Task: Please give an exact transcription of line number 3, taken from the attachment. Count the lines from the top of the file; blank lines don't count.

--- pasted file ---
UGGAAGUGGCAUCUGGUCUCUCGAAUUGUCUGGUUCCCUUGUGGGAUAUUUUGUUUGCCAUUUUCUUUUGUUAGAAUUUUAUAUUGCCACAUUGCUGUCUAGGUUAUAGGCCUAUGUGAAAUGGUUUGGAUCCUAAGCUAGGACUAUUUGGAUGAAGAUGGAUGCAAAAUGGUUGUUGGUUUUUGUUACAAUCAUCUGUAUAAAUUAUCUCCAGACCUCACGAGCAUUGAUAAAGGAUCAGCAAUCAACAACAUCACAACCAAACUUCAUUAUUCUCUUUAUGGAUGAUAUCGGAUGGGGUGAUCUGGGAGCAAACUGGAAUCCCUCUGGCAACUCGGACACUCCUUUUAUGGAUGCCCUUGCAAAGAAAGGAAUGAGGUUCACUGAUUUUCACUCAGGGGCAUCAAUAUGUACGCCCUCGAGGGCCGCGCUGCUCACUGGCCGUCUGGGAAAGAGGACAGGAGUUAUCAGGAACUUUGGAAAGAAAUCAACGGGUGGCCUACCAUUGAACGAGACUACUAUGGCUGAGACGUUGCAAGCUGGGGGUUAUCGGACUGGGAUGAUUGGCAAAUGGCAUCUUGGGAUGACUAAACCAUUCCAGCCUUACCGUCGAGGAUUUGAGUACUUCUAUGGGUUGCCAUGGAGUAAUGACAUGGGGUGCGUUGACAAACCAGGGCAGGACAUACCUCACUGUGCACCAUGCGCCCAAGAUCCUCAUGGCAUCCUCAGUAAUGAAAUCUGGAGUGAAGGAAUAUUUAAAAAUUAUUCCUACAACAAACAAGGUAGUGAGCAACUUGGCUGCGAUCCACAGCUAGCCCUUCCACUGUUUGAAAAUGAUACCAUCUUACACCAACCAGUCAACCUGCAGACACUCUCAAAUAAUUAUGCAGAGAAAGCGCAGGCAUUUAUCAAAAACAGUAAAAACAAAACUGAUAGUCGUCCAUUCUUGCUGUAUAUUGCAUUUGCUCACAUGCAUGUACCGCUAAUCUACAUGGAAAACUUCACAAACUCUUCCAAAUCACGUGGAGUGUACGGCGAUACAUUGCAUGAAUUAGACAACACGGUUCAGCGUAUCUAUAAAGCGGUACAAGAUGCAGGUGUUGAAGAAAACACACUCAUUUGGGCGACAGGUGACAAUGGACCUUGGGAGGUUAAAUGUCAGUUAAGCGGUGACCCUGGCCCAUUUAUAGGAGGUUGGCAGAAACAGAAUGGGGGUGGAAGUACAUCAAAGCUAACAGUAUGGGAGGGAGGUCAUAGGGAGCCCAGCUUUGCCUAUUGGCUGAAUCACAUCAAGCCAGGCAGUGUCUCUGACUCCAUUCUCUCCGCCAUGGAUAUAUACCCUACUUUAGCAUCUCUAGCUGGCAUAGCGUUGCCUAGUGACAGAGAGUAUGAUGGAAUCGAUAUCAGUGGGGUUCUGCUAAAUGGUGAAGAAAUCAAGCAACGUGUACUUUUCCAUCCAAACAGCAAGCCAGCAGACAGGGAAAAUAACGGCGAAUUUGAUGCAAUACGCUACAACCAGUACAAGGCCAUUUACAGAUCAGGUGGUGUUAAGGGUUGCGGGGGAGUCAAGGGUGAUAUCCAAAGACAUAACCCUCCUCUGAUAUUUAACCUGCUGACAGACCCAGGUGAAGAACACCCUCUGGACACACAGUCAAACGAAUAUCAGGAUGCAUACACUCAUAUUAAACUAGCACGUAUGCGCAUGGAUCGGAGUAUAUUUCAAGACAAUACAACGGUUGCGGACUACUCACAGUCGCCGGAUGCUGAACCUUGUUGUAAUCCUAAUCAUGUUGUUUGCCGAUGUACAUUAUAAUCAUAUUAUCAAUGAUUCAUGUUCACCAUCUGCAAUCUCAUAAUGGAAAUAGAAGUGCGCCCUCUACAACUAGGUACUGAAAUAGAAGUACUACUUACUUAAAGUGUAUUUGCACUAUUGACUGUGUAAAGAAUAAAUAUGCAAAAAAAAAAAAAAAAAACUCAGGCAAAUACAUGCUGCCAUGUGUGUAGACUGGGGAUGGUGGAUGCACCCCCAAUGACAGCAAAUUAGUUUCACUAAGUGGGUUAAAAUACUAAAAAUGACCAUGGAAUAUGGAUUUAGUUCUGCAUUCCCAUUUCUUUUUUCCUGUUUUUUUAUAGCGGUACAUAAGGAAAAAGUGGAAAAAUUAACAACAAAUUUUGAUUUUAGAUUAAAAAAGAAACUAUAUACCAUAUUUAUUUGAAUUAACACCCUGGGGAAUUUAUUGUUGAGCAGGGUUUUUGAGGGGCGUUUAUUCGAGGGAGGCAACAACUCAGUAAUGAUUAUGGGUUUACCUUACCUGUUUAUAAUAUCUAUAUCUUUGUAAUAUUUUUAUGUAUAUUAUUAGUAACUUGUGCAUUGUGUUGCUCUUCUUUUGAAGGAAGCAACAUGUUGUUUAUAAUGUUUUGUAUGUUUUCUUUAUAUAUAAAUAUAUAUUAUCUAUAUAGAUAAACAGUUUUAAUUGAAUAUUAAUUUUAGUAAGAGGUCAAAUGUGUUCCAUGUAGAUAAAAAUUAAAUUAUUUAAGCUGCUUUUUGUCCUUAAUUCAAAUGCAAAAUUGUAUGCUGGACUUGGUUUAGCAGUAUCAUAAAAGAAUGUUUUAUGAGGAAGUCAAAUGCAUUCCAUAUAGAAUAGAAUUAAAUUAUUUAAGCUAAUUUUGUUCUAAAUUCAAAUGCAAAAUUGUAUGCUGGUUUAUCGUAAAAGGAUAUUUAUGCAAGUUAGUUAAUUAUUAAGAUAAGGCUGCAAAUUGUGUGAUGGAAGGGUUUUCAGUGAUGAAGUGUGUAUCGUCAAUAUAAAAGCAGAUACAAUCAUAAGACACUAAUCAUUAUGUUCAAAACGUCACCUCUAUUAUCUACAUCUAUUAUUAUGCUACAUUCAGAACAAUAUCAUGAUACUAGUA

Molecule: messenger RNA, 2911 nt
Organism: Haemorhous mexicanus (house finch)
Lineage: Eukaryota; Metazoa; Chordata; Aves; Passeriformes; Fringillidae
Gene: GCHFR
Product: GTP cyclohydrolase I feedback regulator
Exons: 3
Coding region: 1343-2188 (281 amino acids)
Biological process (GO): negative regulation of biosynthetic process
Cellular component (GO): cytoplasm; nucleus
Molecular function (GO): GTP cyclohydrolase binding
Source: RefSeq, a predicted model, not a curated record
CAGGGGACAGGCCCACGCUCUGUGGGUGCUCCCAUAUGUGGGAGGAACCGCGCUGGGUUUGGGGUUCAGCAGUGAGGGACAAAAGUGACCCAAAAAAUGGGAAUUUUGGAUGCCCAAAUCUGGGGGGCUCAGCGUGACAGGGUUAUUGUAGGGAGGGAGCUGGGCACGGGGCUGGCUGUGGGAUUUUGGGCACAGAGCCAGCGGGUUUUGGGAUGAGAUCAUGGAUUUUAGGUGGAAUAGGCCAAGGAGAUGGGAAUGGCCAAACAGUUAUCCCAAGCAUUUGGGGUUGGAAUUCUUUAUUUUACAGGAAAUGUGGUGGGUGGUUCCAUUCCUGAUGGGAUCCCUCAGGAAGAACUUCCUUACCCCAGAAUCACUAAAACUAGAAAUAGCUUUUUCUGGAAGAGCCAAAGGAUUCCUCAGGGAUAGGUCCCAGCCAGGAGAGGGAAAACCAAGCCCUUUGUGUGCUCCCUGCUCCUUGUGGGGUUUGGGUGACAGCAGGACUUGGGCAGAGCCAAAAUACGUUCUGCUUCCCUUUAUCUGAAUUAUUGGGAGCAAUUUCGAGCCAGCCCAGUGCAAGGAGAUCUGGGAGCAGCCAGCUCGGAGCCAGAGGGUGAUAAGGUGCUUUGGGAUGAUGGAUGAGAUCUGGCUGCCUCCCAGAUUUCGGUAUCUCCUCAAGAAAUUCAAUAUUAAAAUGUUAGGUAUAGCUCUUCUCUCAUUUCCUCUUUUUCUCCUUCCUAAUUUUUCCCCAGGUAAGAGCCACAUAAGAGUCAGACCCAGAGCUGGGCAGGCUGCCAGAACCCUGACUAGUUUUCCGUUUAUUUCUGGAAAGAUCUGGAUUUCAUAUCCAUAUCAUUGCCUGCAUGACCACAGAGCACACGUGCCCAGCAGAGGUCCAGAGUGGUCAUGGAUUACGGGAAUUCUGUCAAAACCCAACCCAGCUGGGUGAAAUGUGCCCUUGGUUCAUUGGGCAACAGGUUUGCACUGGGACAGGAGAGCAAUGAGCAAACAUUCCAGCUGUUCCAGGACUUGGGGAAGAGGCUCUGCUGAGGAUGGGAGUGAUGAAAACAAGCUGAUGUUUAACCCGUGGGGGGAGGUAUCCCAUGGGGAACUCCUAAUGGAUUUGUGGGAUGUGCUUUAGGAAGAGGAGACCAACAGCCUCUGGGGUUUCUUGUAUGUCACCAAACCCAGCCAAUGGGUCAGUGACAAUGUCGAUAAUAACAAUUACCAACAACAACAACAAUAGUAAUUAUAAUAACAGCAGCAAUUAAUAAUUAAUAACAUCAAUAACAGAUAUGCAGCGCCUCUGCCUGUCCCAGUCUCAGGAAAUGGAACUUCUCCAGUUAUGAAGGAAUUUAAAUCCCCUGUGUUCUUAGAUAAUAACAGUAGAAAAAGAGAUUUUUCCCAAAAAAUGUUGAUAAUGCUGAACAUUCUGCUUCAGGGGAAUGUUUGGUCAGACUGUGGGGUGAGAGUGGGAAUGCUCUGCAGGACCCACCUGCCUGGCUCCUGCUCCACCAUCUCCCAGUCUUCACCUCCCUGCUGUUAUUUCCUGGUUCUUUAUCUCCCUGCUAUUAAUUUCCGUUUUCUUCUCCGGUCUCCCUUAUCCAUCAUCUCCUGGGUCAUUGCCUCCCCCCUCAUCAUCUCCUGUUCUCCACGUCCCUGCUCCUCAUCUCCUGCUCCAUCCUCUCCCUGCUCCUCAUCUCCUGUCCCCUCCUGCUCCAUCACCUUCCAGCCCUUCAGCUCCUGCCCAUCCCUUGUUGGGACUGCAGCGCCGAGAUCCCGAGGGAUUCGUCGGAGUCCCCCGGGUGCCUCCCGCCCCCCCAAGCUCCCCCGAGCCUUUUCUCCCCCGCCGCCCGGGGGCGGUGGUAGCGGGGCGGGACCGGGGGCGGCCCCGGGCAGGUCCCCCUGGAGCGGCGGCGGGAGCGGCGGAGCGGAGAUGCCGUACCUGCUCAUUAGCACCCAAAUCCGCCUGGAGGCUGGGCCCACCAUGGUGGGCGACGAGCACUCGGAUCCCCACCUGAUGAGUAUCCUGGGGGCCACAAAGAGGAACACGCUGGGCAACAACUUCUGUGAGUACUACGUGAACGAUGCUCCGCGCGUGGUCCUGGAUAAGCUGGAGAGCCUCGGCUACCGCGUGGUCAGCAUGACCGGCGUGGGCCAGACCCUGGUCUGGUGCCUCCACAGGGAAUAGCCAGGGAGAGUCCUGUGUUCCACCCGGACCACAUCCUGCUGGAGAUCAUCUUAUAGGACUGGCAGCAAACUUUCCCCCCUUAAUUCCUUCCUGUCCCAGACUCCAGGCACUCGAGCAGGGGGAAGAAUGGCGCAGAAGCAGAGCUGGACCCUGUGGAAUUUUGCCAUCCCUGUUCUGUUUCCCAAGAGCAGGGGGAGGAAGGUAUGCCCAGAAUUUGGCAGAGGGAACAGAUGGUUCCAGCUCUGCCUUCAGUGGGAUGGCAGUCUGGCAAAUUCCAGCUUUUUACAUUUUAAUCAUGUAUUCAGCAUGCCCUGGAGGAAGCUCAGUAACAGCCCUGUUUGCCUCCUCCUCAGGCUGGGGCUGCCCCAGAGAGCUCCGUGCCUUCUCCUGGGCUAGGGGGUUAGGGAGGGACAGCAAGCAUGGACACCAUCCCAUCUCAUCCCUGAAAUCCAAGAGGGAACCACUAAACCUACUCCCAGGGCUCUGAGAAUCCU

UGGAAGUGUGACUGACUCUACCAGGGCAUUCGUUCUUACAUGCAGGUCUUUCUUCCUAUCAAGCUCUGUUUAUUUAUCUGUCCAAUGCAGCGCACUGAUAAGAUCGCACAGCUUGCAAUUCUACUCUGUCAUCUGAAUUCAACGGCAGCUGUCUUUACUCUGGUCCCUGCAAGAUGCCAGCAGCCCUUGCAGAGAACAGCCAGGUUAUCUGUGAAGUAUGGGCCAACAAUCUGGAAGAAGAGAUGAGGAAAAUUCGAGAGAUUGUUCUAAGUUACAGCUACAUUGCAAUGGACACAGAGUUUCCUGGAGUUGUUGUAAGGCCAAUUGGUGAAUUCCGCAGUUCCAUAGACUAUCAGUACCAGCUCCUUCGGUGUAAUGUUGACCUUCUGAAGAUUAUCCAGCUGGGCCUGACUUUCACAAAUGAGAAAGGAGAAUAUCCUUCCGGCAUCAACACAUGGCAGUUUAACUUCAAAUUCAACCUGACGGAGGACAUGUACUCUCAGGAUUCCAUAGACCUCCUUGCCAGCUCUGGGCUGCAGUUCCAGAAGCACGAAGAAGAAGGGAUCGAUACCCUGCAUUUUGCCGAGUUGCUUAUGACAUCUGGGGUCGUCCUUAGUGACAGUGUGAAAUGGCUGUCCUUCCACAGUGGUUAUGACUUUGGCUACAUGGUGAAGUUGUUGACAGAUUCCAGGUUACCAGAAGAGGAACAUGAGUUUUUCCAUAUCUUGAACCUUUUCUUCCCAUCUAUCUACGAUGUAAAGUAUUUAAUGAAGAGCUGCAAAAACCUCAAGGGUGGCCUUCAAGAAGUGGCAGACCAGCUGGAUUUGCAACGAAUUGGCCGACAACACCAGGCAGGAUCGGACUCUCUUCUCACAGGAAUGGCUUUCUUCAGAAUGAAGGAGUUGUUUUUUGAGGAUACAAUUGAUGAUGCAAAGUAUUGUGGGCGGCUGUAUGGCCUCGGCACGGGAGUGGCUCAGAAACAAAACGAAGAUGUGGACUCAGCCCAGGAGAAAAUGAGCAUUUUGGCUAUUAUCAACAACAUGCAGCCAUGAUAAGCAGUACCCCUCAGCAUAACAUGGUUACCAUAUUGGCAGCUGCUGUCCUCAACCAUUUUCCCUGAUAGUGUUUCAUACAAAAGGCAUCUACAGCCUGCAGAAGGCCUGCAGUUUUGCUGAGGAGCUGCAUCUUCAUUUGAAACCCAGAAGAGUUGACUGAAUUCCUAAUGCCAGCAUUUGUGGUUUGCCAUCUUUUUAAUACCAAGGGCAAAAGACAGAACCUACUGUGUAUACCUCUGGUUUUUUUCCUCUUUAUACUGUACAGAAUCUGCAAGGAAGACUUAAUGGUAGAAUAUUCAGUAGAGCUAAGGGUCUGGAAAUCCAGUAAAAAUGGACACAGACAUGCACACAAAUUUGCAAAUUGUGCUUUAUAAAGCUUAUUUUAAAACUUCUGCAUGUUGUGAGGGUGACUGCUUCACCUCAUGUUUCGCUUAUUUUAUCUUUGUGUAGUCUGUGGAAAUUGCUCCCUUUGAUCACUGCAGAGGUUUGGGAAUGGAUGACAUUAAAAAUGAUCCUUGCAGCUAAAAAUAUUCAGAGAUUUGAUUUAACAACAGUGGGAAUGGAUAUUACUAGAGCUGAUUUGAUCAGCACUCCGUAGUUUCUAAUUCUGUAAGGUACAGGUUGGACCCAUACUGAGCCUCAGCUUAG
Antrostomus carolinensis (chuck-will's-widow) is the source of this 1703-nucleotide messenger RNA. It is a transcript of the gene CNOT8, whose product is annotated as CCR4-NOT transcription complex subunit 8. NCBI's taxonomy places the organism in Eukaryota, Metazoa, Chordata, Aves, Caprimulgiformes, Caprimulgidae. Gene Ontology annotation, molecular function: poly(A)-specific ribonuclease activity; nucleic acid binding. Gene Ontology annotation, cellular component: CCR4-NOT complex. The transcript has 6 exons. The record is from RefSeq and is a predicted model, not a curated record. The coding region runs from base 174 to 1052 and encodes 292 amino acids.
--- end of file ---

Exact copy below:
Organism: Haemorhous mexicanus (house finch)